The company grew quickly, largely through acquisition. Significant developments included:
By the late 1940s J. Arthur Rank (or the Rank Organisation as it was now called), owned:
Despite funding films which were both popular and critically acclaimed, Rank was in crisis by 1949, having built up a debt of £16 million,and reported an annual loss of £3.5 million. Managing Director John Davis cut staff, reduced budgets and concentrated film production at Pinewood. Other studio facilities (in Islington) were closed, sold (Lime Grove Studios) or leased (Denham). The Rank Organisation closed Independent Producers Ltd. The policies of Davis alienated many in the industry; in particular they led film director David Lean, responsible for some of Rank's most critically and financially successful films, to look elsewhere for backing. J. Arthur Rank stepped down as managing director of the Rank Organisation in 1952, but remained as chairman until 1962.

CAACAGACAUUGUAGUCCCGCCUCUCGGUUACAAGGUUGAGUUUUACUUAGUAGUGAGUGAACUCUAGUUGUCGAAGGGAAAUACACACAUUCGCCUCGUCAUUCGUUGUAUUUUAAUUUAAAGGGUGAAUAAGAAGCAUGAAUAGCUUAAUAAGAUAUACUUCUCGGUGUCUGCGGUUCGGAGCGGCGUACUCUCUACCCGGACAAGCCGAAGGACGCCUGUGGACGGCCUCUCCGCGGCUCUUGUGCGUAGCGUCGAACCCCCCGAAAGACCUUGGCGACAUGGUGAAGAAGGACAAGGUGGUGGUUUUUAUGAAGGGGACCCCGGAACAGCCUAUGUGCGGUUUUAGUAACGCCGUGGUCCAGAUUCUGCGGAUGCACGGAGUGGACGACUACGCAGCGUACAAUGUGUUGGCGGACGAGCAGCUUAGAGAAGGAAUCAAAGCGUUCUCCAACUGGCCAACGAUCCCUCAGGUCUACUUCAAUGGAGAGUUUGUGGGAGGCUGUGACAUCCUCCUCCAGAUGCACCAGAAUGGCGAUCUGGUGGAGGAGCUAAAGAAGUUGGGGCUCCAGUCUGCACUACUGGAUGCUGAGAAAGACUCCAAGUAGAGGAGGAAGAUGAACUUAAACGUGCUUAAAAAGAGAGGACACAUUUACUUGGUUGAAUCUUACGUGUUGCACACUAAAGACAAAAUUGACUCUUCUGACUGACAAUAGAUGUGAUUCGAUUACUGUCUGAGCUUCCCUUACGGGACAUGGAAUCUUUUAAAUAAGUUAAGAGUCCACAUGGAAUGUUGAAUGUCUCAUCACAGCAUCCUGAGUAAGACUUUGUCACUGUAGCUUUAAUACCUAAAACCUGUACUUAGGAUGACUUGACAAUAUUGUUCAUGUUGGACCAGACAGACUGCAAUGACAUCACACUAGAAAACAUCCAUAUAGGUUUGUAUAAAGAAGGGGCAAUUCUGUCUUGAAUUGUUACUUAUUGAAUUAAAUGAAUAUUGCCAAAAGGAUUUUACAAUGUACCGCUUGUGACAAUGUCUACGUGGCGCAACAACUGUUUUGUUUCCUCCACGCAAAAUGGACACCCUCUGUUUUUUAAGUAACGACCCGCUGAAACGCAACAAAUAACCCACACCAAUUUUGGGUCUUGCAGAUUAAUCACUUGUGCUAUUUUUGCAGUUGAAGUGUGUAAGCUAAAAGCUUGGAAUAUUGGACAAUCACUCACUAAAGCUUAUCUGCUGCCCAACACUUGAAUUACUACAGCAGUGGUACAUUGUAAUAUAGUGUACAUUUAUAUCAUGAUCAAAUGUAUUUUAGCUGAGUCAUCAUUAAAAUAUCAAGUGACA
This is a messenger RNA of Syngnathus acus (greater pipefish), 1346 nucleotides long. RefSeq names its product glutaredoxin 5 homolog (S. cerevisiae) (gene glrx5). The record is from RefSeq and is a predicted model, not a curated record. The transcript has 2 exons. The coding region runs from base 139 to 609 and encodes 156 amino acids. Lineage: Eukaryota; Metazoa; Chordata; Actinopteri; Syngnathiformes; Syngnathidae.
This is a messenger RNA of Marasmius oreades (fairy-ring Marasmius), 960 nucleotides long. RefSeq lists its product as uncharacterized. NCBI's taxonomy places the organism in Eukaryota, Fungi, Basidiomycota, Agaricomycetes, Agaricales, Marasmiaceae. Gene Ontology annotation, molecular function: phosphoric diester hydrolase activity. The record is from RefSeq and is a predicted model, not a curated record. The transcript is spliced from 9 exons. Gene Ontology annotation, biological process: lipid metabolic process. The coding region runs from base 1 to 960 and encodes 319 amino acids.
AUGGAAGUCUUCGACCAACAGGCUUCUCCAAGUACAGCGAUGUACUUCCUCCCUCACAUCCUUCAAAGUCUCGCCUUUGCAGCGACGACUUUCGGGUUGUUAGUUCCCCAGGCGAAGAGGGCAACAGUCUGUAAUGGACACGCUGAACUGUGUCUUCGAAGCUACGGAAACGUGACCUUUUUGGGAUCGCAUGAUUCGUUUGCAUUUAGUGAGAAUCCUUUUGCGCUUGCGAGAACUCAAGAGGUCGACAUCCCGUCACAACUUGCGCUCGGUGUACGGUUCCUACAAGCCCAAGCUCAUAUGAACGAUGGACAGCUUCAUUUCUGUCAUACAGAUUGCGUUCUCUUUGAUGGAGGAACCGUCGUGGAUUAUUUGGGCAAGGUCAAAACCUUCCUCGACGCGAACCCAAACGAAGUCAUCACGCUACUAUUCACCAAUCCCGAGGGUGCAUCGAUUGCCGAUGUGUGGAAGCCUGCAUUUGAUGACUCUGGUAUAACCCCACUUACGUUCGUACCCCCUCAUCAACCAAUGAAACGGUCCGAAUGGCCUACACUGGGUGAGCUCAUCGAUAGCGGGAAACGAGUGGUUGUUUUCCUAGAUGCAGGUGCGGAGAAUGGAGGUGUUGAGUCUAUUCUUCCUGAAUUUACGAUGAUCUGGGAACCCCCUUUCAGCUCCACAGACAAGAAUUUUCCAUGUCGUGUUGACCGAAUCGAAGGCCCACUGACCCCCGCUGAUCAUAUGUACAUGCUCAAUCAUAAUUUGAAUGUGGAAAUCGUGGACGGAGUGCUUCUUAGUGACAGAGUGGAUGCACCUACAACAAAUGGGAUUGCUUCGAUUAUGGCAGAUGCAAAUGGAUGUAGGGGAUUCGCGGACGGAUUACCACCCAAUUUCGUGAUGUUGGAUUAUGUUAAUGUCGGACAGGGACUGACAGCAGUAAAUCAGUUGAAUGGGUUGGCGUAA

In October 1955 the company reported its film production was "satifactory".
In 1945, the company bought the Bush Radio manufacturing facility and began to diversify its interests. In the early 1960s Rank took over Murphy Radio to form the Rank Bush Murphy Group (which was eventually sold to Great Universal Stores in 1978). In 1956 Rank began a partnership with the Haloid Corporation to form Rank Xerox, to manufacture and promote its range of plain paper photocopying equipment. In later years, the waning film company assets were hastily converted and pressed into 'Rank Xerox' service. This venture was a huge gamble but ultimately the company's saving grace, until, once more in financial difficulties, it signed off increasing percentages of its holdings, to the parent company, finally becoming fully integrated into Xerox in the late 1990s.Rank was also a significant shareholder in the consortium which became Southern Television, the first ITV television contract holder for the south of England.
In the late 1950s, The Rank Organization set up Rank Records Ltd., the record label division was named Top Rank Records and Jaro Records (a US subsidiary).
In 1960, Top Rank Records was taken over by EMI, and in 1962 they replaced it with Stateside Records. Top Rank Records artists included Gary U.S. Bonds, the Shirelles, B. Bumble and the Stingers, Wilbert Harrison, Skip & Flip, Andy Stewart, Craig Douglas and John Leyton. A US branch operated from 1959 to 1961; its artists included Jack Scott, Dorothy Collins, and The Fireballs.